Monday, March 14, 2011

Say what?

This is not our yard. It's Mushrif Park in Dubai.
There are times when even our own international English fails us. In the UAE, we often have to deal with people who speak neither English nor Arabic. Usually it turns out ok...somehow. But it often requires making the same phone call five times over the space of two weeks, to confirm important details, or using lots and lots of body language, if you're lucky enough to be conversing in person.

Even then, there's no guarantee that anyone is going to get his or her message across.

Take what happened late last week, for example. Jeremy was planting four plants in the newly grassed backyard when one of the gardeners passed by. The gardener made some motion toward the plants and he and Jeremy talked for a while. There had been some recent confusion about who was responsible for providing flowers and planting them in the backyard, individual residents or the campus gardeners, so I was glad to see that Jeremy was getting it all straightened out.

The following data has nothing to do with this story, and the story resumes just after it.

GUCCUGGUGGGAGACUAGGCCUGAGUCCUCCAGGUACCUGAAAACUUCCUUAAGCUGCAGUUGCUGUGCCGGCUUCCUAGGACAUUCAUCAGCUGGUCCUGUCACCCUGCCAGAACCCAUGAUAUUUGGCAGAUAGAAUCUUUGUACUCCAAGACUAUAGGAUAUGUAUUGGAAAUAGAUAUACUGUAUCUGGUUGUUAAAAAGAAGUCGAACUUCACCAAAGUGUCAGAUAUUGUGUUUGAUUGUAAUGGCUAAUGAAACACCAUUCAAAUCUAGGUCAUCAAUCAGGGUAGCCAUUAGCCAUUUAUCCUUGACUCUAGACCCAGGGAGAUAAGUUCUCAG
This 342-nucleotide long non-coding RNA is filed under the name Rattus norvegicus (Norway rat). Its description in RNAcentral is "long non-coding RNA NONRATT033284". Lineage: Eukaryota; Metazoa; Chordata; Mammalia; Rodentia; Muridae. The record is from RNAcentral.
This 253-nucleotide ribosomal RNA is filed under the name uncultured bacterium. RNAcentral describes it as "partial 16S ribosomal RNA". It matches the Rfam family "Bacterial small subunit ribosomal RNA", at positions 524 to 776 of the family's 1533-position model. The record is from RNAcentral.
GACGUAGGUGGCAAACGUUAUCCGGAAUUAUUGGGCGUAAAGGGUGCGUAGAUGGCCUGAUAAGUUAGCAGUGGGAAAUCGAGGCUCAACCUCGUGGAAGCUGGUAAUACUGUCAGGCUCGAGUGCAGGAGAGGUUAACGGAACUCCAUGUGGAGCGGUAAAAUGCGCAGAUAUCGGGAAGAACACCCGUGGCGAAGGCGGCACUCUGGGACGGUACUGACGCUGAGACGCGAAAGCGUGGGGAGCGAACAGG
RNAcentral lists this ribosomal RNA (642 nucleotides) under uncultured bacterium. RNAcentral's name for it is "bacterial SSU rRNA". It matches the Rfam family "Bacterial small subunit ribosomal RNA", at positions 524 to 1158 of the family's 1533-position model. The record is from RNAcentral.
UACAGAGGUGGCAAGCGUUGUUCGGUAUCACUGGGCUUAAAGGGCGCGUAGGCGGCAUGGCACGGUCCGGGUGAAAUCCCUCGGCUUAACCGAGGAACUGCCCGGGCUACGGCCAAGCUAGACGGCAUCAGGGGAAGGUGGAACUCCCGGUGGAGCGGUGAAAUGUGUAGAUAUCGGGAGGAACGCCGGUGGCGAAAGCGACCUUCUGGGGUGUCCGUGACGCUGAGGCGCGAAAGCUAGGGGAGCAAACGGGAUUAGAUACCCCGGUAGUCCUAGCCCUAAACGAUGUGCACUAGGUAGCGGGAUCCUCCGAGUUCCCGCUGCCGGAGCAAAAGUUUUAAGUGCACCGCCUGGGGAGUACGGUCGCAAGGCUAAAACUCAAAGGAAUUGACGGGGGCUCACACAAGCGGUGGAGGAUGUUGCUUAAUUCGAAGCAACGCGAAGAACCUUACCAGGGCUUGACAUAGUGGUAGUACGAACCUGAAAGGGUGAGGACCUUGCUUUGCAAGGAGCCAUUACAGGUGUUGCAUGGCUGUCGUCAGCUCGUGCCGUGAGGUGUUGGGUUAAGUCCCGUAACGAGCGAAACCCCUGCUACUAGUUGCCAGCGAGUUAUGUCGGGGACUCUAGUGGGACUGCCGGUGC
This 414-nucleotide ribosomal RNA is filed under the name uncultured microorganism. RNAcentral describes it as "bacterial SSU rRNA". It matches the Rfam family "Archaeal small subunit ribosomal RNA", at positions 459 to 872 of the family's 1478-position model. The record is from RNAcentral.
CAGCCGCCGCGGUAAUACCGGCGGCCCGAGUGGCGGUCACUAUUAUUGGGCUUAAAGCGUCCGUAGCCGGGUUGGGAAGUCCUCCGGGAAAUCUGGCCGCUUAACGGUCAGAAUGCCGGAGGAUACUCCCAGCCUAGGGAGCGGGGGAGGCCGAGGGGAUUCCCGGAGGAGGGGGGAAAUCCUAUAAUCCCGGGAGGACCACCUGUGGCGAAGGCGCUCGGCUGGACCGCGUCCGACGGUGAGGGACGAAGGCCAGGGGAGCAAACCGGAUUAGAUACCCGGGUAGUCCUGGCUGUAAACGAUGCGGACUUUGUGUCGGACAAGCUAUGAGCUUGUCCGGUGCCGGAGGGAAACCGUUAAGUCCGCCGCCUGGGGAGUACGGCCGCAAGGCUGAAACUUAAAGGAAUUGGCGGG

When Jeremy came inside, I asked him what the gardener said. Jeremy replied (as near as I can remember): "Well, either we're supposed to get our own plants and plant them, or the gardeners will bring some and plant them."

WELL. Glad that's cleared up.

This is the degree of communication difficulty that I'm talking about, a degree so far removed from comprehensibility that you come out of a five-minute discussion having determined absolutely nothing of import.

The story doesn't end there. Yesterday afternoon, we came home and noticed that there were flowers planted in the backyard. We were really happy to realize that this meant that "the gardeners will bring some and plant them" had been the intended message of the other day.

But then, later, the gardener showed up and wanted 83 dhs ($22.50) for the flowers. So what he really had meant was that we could buy flowers and plant them, or he could buy flowers and plant them, and if it was the latter, we'd have to pay him. This message was totally lost on us, as you can see.

Oh well. Not understanding what people are saying to you on a fairly regular basis at least keeps things exciting around here. You never know what is going to happen - or who/what is going to show up at your house/yard - next.


Sarah Familia said...

That's hilarious. I can so relate. The other day my cleaning lady was here and we were totally not communicating. I finally had to call my landlord, and the cleaning lady and I passed the phone back and forth while he translated for us.

Christina LeSueur said...

So, I'm guessing you paid him even though there was that misunderstanding?

Bridget said...

Yeah, I meant to add that of course we paid him. I swear it's enough to make me want to learn Urdu.


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